Here’s a spiral chart of data tracking sunshine intensity, from the paper Visualizing Time-Series on Spirals by Marc Alexa. By visualizing many individual days worth of data at the same time you can start to identify patterns and find abnormalities.
Here’s one last spiral example, which was published by a fellow Flex developer, Michael VanDaniker. In his paper, Leveraging the Spiral Graph for Transportation System Data Visualization, VanDaniker provides the following example of using a spiral representation to show the pattern of traffic collisions on the different days of the week (and the hours of the day during those days).
Spirals are a bit outside the scope of the problem I’m trying to solve, but since they are used for identifying patterns in periodic data they fall within the same ballpark.
Continuous Circles vs Terminal Lines
One final point I want to make before closing has to do with weighing the benefits of circular visualizations (continuous) over line or bar charts (terminal, since they have a beginning and end). The continuity offered by circular charts makes them seem like a good choice, but it might be worth taking a critical stance when it comes to choosing circular charts versus line or bar charts.
I haven’t been able to find many studies that have examined how effective circular data visualization techniques are over linear ones, but I did come across a dissertation from 2008 by a Stanford Psychology student, Angela Kessell. Kessell’s dissertation, titled Cognitive Methods for Information Visualization: Linear and Cyclical Events, examines how people choose to represent cycles, and finds that in many cases the majority of people draw cyclical data (things like the water cycle, the four seasons, etc) in a linear fashion and not as circles as we might expect.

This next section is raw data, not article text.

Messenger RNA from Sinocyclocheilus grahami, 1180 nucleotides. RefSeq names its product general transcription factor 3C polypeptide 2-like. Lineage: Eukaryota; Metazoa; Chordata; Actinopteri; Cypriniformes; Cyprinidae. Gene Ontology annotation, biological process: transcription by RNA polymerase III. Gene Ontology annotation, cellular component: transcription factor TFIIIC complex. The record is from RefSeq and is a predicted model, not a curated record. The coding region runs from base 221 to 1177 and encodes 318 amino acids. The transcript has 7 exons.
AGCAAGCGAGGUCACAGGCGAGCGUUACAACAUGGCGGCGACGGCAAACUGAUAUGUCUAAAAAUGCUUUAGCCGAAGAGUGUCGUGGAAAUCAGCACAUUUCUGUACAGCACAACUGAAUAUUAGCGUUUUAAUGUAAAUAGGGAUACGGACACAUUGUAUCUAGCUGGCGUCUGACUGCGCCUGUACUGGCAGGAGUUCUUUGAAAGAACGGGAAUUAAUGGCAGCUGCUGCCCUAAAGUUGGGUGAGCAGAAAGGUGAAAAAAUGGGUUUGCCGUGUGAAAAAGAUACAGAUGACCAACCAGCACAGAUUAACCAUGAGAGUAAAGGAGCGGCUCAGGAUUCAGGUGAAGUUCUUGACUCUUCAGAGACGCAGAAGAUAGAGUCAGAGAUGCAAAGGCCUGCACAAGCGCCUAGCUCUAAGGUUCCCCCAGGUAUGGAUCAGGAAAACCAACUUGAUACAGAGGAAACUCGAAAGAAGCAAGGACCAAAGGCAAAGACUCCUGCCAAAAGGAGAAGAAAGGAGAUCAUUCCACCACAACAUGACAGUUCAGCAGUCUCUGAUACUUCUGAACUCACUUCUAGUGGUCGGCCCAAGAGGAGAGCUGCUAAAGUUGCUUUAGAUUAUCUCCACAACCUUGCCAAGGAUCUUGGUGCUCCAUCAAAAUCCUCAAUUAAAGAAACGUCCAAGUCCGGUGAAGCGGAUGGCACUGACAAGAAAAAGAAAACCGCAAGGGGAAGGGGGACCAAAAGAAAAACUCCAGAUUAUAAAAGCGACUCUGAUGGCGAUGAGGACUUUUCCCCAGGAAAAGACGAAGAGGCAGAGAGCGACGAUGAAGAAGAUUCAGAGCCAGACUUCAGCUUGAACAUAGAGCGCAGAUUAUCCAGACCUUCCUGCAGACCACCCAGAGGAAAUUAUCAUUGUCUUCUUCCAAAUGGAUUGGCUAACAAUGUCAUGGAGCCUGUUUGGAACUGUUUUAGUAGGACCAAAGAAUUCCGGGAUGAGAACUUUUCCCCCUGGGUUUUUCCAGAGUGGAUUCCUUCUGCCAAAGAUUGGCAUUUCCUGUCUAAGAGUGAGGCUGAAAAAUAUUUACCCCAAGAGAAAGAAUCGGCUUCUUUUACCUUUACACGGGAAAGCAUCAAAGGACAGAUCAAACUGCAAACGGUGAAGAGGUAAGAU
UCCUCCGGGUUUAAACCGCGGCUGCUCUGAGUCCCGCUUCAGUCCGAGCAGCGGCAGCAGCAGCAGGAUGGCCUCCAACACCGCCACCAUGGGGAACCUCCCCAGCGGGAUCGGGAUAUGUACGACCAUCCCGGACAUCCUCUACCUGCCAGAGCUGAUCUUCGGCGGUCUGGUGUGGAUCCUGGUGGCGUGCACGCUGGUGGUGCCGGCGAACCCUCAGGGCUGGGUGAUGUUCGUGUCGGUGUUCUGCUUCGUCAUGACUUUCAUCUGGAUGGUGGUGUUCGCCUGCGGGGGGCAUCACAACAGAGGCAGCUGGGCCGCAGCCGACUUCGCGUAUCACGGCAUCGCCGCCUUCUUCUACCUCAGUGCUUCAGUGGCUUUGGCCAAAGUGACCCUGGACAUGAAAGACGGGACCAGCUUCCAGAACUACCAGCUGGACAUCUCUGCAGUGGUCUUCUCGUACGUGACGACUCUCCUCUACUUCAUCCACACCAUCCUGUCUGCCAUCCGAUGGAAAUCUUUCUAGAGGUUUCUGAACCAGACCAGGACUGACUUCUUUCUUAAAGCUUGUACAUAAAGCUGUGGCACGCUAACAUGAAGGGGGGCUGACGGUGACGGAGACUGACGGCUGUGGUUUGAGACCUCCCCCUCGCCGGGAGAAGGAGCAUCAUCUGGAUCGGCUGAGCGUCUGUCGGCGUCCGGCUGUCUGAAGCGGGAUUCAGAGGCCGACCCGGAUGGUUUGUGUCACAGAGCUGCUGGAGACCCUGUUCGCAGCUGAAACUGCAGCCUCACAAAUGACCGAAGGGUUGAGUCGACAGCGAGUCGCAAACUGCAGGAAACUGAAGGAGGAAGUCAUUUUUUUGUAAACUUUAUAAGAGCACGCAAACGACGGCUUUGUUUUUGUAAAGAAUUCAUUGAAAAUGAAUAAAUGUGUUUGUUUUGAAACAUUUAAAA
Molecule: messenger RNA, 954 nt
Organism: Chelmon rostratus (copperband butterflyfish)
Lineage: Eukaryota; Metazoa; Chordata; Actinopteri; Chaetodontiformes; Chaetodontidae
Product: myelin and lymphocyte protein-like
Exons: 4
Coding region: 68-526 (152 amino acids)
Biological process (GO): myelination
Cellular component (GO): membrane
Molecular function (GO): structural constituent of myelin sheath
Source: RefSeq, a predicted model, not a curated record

When we choose to represent cyclical data it might seem like using a circular representation is the most intuitive and obvious choice, but Kessell’s research makes you question whether people’s brains intuitively think of cyclical data in a circular fashion or if they instead think of cyclical data in a linear way. Without jumping to any hard conclusions, I just want to point out the idea that maybe our brains more effectively conceptualize linear representations.
So that’s my attempt at an exhaustive run-down on the current state of the industry when it comes to visualizing cyclical 24-hour data. If you made it this far, I salute you.
The next parts in this mini-series about time charts will be some experiments that I’ve been working on to try some new ideas for visualizing time data. As a teaser for the upcoming posts, here are some images that I’ll be explaining soon in subsequent posts.